• Andrzej Wajda's Danton portrays Robespierre as a Stalin-like despot who demands that Jacques-Louis David remove pictures of political opponents from paintings. Others portray Robespierre personally ejecting Mirabeau from the Pantheon after learning of the latter's corruption. In either case, Robespierre effected no such policy of damnatio memoriae, and in the case of the latter, Mirabeau was removed from the Pantheon after Robespierre's downfall.
    • Works like Umberto Giordano's Andrea Chenier (especially a 2016 production) attributes a specious quote that Robespierre signed the death warrant of French poet Andre Chenier by saying "Even Plato banned the poets from his Republic". Not only has this quote not been traced to Robespierre, but Robespierre couldn't possibly have signed Chenier's death warrant since he was absent from the Committees for a month before his death and he had no direct hand in any of the executions in the month leading to his downfall and death.note 
  • Trademark Favorite Food: Robespierre famously loved oranges, a fact which shows up in various fictional portrayals (often as an example of his supposed hypocrisy — the "man of the people'' enjoying luxury fruit while Parisians barely scraped by).
  • Utopia Justifies the Means: The common portrayal of an idealist who would kill to achieve his perfect world, an archetype that really took off in the Romantic era (as a scapegoat of the Enlightenment-inspired man), was highly inspired by memories of Robespierre and the Terror, which remains a byword for excessive idealism well into the 21st Century. This also inspires most fictional depictions, including Neil Gaiman's Thermidor, where Johanna Constantine accuses him of being ready to kill everyone in the world if they don't meet his ideals.


Appears in the following works:

  • 7th Sea, while not having the actual person as a character, has an obvious No Historical Figures Were Harmed version in Arnaud du Charouse, who plays much the same role in the Montaigne Revolution.
  • 1789
  • Victor Hugo's 93
  • Assassin's Creed: Unity
  • Not directly, but in Aviary Attorney it can be revealed that the character Jayjay Falcon, who changed his name to avoid recognition is his grandchild.
  • The Black Book
  • Carry On Pimpernel — a Carry On Scarlet Pimpernel parody.
  • Le Chevalier d'Eon
  • Danton (1921)
  • Danton (1983), played by Wojciech Pszoniak.
  • The Danton Case / Thermidor
  • In Dies Irae he doesn't appear but is mentioned as part of the backstory for Bois de Justice, the guillotine said to have been used during the revolution.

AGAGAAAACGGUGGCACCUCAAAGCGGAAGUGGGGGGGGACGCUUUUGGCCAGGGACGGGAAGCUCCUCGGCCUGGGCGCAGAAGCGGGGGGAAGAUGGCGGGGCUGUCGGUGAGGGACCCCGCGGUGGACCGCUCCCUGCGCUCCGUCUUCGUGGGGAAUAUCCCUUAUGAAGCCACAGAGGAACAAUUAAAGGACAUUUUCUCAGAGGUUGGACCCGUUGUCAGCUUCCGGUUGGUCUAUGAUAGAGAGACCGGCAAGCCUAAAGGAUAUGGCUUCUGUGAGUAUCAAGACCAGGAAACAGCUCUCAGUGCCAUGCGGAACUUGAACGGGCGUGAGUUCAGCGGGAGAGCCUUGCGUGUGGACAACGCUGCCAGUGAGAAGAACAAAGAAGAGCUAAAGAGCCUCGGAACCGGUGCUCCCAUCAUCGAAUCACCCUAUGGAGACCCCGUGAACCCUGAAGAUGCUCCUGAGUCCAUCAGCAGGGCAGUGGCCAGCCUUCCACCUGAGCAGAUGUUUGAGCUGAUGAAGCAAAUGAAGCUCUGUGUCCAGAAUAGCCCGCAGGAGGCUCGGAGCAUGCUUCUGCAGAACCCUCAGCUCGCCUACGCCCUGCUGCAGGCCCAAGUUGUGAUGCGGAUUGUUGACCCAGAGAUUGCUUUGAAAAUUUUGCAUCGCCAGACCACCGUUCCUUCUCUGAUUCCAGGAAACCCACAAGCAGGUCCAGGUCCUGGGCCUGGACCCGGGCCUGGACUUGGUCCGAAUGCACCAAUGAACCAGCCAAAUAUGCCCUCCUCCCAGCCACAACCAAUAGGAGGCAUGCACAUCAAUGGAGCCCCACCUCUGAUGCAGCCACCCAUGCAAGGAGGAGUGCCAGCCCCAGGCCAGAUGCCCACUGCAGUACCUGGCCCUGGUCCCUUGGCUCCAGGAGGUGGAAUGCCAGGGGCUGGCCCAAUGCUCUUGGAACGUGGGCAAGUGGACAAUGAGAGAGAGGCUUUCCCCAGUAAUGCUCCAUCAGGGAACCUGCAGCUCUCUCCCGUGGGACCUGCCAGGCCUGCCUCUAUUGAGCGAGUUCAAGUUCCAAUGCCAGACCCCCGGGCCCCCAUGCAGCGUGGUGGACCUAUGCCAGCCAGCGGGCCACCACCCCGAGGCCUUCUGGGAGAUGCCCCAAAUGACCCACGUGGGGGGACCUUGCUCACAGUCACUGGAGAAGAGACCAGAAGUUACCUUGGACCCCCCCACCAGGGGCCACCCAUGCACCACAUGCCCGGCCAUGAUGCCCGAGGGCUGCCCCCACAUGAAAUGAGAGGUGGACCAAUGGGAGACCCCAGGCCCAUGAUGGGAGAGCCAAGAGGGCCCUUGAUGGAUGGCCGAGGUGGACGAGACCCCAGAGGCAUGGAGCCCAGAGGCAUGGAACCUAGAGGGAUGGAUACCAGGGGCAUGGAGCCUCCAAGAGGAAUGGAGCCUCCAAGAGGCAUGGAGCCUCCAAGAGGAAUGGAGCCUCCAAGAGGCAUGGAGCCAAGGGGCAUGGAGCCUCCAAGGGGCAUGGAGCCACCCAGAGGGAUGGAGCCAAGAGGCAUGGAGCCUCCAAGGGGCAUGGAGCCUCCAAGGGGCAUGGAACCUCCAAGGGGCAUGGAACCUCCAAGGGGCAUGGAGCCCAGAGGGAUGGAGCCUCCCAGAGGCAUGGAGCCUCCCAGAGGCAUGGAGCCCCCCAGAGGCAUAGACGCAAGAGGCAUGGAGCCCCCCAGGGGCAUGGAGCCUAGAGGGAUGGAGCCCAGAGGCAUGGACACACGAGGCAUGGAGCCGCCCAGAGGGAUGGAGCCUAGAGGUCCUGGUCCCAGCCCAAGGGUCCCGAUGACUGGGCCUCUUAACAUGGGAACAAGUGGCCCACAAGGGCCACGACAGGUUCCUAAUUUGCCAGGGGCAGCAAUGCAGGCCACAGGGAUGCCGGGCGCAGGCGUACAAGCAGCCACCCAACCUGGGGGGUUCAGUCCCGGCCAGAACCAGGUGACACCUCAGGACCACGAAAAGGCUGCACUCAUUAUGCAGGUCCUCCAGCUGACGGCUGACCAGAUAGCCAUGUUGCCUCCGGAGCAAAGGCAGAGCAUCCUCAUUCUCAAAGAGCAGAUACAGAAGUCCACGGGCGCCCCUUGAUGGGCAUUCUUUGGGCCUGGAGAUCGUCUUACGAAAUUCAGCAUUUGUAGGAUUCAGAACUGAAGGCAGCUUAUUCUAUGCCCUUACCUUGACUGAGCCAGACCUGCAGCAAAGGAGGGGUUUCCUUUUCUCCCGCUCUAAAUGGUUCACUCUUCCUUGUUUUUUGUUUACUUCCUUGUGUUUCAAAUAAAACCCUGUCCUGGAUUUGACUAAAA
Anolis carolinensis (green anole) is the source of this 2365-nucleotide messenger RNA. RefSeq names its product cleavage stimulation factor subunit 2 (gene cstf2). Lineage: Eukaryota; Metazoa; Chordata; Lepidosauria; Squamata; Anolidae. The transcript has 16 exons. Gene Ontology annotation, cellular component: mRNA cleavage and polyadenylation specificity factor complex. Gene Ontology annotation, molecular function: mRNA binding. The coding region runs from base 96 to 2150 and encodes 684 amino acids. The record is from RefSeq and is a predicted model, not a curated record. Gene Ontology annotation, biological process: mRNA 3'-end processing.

• The Doctor Who serial The Reign of Terror.
  • Fate/Grand Order, appearing as a ghost in the interlude for Chevalier D'Eon that has to be put to rest.
  • The Gods are Thirsty
  • Hark! A Vagrant - Several Appearances alongside Danton and Saint-Just.
  • history of the entire world, i guess: Robespierre's Reign of Terror is a small highlight in the series, and his attempt to turn his Cult of Supreme Being into a religion is poked fun at.
  • Honor Harrington has the Havenite political leader Rob(ert) S.(/tanton) Pierre running the Committee of Public Safety.
  • The Lady and the Duke (2001, Cameo at the end)
  • Look to the West (Though it's actually an Alternate History "brother", Jean-Baptiste Robespierre)
  • Referenced in the Looney Tunes film "Porky Pig's Feat" as Daffy Duck punches the hotel Manager's calling card into paper dolls:
    "You've had your coffee ration for this week, Robespierre!"
  • The Takarazuka Revue and Frank Wildhorn musical A Passage Through the Light ~Maximilien Robespierre, the Revolutionary~.
  • Mentioned in Moriarty the Patriot, though he is a historical figure at the time the series takes place, and is revealed to be an ancestor of the Holmes brothers, Sherringford Holmes.
  • Mr. Peabody & Sherman - Along with being one of the historical figures Peabody and Sherman visit while time-traveling, he also appears during the climax as one of the time-displaced people running amok on present day New York.
  • Napoléon
  • A Place Of Greater Safety
  • Anthony Mann's Reign of Terror (or The Black Book), played by Richard Basehart.
  • Requiem Vampire Knight as one of the highest-ranking vampires, along with the likes of Attila the Hun, Nero, Elizabeth Báthory, and Vlad Țepes.
  • La Revolution Francaise
  • Naturally a central figure of Season 3 of Revolutions by Mike Duncan, as that season focuses on the French Revolution. He also makes a cameo appearance in Season 4 (the Haitian Revolution), as events in France had a major effect on what was happening in its colony (albeit on a six-week delay).
  • The Rose of Versailles
  • Innocent Rogue
  • The Sandman (1989), "Thermidor"
  • The Scarlet Pimpernel
  • The Snow Palace
  • The Time Machine Series book "Blade of the Guillotine".
  • Les Visiteurs: Bastille Day